Why Waiting is an expense.
Historically speaking we're all aware inflation has taken our housing markets for a ride of its life. Generally increasing in value 3-5% has been an accepted norm for years. However within recent history our market has heated to an almost uncontrollable temperature with the desire to own your own home fueling the Canadian market well past its boiling point. What does this mean for buyers and sellers alike? Well if you're in the market already and own your home it can at times cancel itself out with the inflation of your value only going towards purchasing an inflated value of your next purchase. If you're in this situation and plan to utilize your equity for this purpose your monthly payments and budgeting won't typically change too drastically if at all.
The downside is for buyers not yet in the market with an asset they can leverage from one home to another. So the question is should you consider buying now as a consumer or wait?
Most people I discuss this with look at it from the perspective of savings and not from the perspective of growth in investment opportunities. It's more so a backwards thought process in which they want to have more first before investing to make more later which actually hinders ones ability.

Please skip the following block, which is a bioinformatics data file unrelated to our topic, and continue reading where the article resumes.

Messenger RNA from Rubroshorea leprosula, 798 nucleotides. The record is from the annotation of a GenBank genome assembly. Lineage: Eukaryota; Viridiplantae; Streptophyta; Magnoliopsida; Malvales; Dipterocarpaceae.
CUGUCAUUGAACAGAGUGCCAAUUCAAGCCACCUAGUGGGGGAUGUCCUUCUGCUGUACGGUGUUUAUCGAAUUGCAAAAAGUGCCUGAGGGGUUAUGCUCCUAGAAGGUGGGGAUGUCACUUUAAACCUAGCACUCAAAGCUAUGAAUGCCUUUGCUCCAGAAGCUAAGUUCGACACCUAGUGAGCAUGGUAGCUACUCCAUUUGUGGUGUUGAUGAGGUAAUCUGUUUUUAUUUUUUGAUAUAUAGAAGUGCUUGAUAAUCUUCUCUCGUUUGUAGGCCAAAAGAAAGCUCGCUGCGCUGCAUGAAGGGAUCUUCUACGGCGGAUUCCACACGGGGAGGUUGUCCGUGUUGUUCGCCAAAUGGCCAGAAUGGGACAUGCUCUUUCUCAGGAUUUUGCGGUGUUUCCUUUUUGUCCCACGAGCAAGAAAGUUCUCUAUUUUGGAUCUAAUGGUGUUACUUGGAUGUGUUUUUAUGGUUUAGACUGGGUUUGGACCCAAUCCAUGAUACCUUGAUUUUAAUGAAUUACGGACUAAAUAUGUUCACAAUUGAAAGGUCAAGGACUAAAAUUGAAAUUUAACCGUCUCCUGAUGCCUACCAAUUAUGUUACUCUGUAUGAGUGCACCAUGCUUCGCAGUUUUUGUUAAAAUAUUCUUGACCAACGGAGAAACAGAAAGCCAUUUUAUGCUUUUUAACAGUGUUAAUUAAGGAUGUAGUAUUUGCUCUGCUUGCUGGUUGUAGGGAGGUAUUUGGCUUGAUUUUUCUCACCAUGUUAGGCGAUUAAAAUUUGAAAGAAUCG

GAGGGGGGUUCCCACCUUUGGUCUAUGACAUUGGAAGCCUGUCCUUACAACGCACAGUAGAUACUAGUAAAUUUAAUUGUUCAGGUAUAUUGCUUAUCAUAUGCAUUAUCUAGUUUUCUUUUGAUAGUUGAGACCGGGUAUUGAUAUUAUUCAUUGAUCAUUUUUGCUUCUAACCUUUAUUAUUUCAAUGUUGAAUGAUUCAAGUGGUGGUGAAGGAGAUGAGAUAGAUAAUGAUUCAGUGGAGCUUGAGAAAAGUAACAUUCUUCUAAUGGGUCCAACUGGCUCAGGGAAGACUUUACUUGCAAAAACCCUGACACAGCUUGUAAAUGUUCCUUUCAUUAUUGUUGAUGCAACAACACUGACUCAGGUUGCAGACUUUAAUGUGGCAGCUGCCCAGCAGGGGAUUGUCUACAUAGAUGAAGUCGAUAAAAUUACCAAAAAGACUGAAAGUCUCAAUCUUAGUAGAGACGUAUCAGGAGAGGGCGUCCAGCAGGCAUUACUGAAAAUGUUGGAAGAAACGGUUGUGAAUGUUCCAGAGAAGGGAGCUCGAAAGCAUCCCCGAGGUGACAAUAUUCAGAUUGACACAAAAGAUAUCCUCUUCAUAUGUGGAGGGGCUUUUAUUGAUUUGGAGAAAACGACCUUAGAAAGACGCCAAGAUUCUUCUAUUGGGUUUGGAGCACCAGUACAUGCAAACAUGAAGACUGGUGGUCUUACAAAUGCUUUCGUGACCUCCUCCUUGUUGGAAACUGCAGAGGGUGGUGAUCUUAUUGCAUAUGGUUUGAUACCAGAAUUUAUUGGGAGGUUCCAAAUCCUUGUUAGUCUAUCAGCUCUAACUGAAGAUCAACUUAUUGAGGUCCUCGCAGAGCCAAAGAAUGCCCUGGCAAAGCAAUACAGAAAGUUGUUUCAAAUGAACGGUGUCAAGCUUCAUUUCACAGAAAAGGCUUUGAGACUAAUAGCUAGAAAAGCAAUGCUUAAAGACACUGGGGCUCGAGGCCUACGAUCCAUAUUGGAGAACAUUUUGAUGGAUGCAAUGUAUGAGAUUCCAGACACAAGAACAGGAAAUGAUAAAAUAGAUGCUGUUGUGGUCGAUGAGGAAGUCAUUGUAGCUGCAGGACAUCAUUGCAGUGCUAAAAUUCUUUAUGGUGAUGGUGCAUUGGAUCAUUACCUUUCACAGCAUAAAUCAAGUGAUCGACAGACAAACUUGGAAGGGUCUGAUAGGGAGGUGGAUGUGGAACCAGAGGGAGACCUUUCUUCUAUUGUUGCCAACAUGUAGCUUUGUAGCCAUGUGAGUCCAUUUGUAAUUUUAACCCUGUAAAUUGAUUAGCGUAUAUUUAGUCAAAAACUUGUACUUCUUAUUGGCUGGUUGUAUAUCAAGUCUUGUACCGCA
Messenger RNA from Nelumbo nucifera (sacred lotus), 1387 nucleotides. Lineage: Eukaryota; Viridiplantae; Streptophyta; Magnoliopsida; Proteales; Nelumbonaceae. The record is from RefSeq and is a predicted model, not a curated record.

simple inflation math would state if you have a home at $300,000 as a first time home buyer based on average norms you can expect to see this property increase 3-5% meaning after one year of ownership you're able to expect a return of $9000-$15000.This is exclusive of the money you would normally put aside monthly. Not including the rent saved on average $1500 which would be your typical mortgage payment. With front loaded interest approximately half of your monthly payments would go towards your principal amount owing and thus that $750x12 would give you an additional return of $9000.
So the question I pass to you is simple, are you able to save $18000-$24000 a year while paying rent and expecting simple margins of inflation to occur?
This scenario can be addressed as a best case scenario in a generally stable market. The concerns arise when you look at a boiling point such as our Canadian markets now. A large surplus of buyers and limited market inventory in most populated areas has taken this increase in value margins and basically thrown them out the window; of the home that went up in value 20-30%.
If you're only waiting because you believe you're saving more money ensure you calculate all means of return on ownership from inflation to principal payments. A majority of individuals will realize they're only putting themselves back further every year.